by heather oxley
They say that when Icarus was born, he ran before he could walk. Pudgy legs and a bright grin, he hopped and skipped, always going too far, too fast for fear of stopping. He ran and ran and ran, always too afraid to be left behind, too afraid to fall, to slow down.
They say that when Icarus was a young boy, he fell in love with the color blue. The blue of his mother’s eyes, the blue in the wildflowers outside his house, the blue of wonderful, expensive clothes, the untouched dye that stained his fingers for consequence of his curiosity. But most of all, he fell in love with the blue of the sky. The pure blue stretching everywhere and just out of reach. He would climb the trees, the sturdy and withered branches, until he was perched on the very top, his hand outstretched. A flash of earth brown against a blue he almost thought he could touch.
They say that one day, Icarus fell from that tree. Arms outstretched like wings, too shocked, too afraid, too in awe to think of screaming. When he hit the ground, the hand that had stretched for the blue blue blue sky laid awkwardly at his side. He couldn’t breathe, couldn’t think, couldn’t feel anything except of the warmth of the sun, soft and calming and burning as a caress. He could only stare up at the blue of the sky, and the brilliant gold of the sun.
They say that after that day, Icarus wanted too much. He stayed, locked away in his room, studying and crafting and testing. A young man with a desperate need to fly, to run, to touch that alluring sky. He was ambitious; an open flame of want. Every day, he would lounge outside until his skin burnt, until his arm grew tired of reaching for the sky, until he began to learn to fly before he learned how to walk.
They say that Icarus fell in love with the sun. For how could he love anything else? How could he dream of loving something as tame, as soft and mundane as humans? No touch, neither feminine nor masculine, could compare to that sky. To the passionate caress of the sun. To the winds that coaxed his arms up, up, up, until he felt nothing but heat and weightlessness.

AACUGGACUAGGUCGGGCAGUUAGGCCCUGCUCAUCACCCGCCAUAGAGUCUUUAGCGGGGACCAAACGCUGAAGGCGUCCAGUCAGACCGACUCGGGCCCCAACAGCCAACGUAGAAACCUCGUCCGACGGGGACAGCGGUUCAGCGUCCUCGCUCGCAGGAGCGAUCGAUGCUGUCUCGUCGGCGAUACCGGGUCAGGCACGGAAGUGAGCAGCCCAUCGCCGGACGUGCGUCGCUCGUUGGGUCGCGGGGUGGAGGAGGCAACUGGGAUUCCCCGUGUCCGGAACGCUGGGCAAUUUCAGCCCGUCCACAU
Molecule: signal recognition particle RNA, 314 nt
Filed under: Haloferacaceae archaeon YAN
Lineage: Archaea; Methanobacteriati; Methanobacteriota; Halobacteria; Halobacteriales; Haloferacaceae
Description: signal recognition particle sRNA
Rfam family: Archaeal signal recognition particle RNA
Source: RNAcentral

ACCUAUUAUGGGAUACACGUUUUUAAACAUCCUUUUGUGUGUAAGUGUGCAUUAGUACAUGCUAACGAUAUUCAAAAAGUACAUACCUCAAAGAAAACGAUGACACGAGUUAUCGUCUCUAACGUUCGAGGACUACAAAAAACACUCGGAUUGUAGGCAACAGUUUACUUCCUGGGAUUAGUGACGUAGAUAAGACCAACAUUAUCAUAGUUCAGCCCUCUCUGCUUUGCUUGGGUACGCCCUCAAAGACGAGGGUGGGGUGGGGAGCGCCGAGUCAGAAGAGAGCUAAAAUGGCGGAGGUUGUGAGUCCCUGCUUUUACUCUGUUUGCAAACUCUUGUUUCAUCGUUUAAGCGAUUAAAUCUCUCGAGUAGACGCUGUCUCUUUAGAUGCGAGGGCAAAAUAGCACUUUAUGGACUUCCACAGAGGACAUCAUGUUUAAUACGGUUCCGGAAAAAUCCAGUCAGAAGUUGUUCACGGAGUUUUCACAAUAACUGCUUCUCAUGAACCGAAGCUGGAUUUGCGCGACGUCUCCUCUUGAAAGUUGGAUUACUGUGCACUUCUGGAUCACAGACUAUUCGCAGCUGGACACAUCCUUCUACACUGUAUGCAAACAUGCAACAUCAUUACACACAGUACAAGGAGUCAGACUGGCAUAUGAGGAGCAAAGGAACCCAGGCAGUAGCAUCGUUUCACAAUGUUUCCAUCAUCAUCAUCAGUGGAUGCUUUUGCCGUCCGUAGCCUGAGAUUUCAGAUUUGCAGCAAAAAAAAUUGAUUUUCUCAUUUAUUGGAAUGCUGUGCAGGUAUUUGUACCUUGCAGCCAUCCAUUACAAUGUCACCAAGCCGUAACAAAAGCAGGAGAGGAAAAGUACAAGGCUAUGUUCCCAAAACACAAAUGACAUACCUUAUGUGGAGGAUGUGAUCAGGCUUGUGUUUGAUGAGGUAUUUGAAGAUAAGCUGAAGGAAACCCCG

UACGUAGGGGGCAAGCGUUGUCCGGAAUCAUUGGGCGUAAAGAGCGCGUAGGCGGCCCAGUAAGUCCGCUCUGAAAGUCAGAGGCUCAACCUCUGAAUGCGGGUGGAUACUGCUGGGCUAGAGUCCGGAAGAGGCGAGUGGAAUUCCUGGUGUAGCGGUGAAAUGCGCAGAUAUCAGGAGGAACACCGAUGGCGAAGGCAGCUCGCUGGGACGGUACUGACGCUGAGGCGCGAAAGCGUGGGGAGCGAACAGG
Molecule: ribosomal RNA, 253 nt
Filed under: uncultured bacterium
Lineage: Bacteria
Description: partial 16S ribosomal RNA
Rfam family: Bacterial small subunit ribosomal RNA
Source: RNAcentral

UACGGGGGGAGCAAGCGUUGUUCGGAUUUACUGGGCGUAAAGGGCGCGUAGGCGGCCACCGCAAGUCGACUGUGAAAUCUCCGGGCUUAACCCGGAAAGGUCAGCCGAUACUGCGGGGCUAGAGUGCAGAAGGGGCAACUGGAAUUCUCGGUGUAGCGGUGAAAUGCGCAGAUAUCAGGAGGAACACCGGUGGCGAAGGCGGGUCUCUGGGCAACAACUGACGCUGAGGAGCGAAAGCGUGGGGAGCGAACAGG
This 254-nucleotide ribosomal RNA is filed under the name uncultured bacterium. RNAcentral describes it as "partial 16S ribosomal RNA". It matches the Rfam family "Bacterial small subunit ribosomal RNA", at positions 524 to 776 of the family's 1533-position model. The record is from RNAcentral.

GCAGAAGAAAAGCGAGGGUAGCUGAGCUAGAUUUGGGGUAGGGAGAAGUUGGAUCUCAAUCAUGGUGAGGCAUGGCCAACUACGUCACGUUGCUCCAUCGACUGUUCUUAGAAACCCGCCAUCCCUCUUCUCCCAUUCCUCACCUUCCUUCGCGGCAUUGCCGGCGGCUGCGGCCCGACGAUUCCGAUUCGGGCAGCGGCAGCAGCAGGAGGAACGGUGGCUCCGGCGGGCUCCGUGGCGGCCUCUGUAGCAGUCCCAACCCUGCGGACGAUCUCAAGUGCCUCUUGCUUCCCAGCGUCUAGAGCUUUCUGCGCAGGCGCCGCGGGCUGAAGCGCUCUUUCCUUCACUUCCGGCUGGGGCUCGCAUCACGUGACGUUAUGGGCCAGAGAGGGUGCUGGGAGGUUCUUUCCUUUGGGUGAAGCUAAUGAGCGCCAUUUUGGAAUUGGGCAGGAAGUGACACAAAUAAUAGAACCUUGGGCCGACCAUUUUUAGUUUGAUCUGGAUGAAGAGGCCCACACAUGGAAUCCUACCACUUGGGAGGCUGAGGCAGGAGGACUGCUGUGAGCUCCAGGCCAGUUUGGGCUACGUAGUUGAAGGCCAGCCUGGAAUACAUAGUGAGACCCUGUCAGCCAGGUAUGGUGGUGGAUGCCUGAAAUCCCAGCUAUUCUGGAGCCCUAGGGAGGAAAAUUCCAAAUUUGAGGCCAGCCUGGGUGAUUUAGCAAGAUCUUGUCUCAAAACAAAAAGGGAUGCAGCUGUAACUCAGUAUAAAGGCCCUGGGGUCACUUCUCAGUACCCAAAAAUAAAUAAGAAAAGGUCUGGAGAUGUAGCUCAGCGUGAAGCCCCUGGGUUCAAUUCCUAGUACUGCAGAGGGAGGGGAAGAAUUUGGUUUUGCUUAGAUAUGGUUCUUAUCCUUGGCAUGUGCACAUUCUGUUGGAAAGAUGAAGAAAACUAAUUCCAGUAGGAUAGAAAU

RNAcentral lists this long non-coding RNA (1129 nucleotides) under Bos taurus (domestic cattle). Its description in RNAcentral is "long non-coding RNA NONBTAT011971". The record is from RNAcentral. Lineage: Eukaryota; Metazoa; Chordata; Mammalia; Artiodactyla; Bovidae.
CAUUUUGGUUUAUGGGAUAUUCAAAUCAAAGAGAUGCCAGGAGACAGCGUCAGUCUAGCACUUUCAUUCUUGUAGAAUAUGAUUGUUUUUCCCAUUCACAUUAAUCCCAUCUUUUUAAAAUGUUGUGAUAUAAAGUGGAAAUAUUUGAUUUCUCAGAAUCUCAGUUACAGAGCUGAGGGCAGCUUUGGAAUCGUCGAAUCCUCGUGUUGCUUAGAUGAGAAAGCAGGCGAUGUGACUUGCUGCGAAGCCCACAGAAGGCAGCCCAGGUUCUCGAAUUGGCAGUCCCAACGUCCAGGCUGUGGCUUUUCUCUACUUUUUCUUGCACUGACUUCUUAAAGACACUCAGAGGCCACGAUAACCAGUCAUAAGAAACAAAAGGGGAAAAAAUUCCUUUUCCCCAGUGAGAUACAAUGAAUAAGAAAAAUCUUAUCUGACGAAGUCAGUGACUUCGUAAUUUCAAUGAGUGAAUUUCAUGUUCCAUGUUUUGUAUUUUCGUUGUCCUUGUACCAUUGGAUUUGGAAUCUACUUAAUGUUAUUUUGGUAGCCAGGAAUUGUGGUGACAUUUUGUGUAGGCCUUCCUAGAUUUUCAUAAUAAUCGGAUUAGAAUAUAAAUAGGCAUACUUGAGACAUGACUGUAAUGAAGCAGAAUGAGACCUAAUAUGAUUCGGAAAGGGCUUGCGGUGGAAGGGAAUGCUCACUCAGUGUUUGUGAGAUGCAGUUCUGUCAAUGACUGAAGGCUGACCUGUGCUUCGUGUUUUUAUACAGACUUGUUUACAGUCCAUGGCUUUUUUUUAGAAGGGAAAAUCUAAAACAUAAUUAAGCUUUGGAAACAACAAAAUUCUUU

They say that Icarus had to be descended from a god, for who else could fly like the birds up above, as free and sure? For who could love the sun and shun the earth? His wings were magnificent; glistening and attractive, fit for the boy who loved with all of his being. The sun’s warmth seemed to reach for him that day; a promise for the love that Icarus already possessed. A love that, unbeknownst to those on the ground, was pure and curious and longing and needing. For how could Apollo resist the man who lived so viciously that he learned to run before he could walk?
They say that for a shining moment, Icarus was with his beloved. Finally within reach, Apollo cradled him close; the man who burned as he did. The two, together, blazed. Icarus lost in his blue sky and Apollo shining gold, gold, brilliant gold.
They say that Icarus was up there for years.
They say that it was only a moment.
They say that Icarus spent his entire life in his lover’s arms, bending the laws of time because how could such simple rules apply to them? Icarus and his burning, blinding, intense love, and Apollo with the human who was too much like a star to let go of.
They say that Icarus was never meant to fly that high. Even with a bird’s wings, even with a bright grin and a love as big as the sky. Icarus was, fatally, human. And Apollo could not hold him close forever. So, as inevitable as running and climbing so foolishly, so ambitiously, Icarus fell.
They say that when Icarus left Apollo, the sun died. Black grief consumed the world as the lovers parted. But just as it seemed simply a moment while Icarus and Apollo were together, the sun’s lifetime of grief lasted only minutes for those below.
They say that Icarus was a shooting star against the dark sky. A smudge of charred black against a sun coming to terms with its loss. That by the time the sky was a brilliant, shining, Icarus blue, the young man with a bird’s wings was broken on the ground with a smile on his face.
They say that Apollo still grieves. Stills hides and dies for a lifetime to remember the love he had. For even though gods are loathe to lose their hearts to humans, they say that Icarus wasn’t fully human. Who could love that viciously? Live that foolishly?
They say to beware of Icarus’ fate. To clip your wings and stay on the ground, away from the blue and gold, away from tempting warmth and passion for fear of being consumed.
They forget that even Icarus was afraid of falling.
They forget, time and time again, that Icarus did the impossible. He fell in love with a god and a god fell in love with him.
They say that Icarus is a cautionary tale.
They are wrong.
heather oxley is a second year student at Fullerton College. A hopeful foreign language major, she spends her days in the library desperately catching up on work. After classes though, she reads, writes, or games and forgets about the cup of tea she made earlier.